Background: Ankle joint stability is a function of multiple factors, but it is unclear to what extent extrinsic factors such as ligaments and intrinsic elements such as geometry of the articular surfaces play a role. The purposes of this study were to determine the contribution of the ligaments and the articular geometry to ankle stability and to determine the effects of ankle position and simulated physiological loading upon ankle stability.
Methods: Sixteen cadaveric lower extremities were studied in unloaded and with axial load equivalent to body weight. Anterior–posterior, medial–lateral translation and internal–external rotation tests were performed in neutral, dorsiflexion and plantarflexion ankle positions. Intact ankle stability was measured; ankle ligaments were serially sectioned and retested.
Findings: For unloaded condition, the lateral ligament accounted for 70% to 80% of anterior stability and the deltoid ligaments for 50% to 80% of posterior stability. Both ligaments contributed 50% to 80% to rotational stability; however, the ligaments did not provide the primary restraints to medial–lateral stability. For loaded ankle condition, articular geometry contributed 100% to translational and 60% to rotational stability. The ankle was less stable in plantarflexion and more stable in dorsiflexion.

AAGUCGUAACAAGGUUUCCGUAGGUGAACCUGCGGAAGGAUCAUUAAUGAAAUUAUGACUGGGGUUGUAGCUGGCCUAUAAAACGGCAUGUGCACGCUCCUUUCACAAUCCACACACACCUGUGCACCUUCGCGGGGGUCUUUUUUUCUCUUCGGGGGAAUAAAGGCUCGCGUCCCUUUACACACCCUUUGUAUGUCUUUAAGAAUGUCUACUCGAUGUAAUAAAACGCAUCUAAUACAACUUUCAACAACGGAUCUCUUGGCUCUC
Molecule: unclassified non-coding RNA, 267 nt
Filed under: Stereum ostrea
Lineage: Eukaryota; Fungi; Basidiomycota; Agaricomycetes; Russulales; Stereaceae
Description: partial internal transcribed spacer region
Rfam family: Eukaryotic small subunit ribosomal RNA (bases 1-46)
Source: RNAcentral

Interpretation: The contribution of extrinsic and intrinsic elements to ankle stability is dependent upon the load and direction of force applied. This study underscores the importance of restoring soft tissues about the ankle to the anatomic condition during reconstruction operations for instability, trauma and arthritis.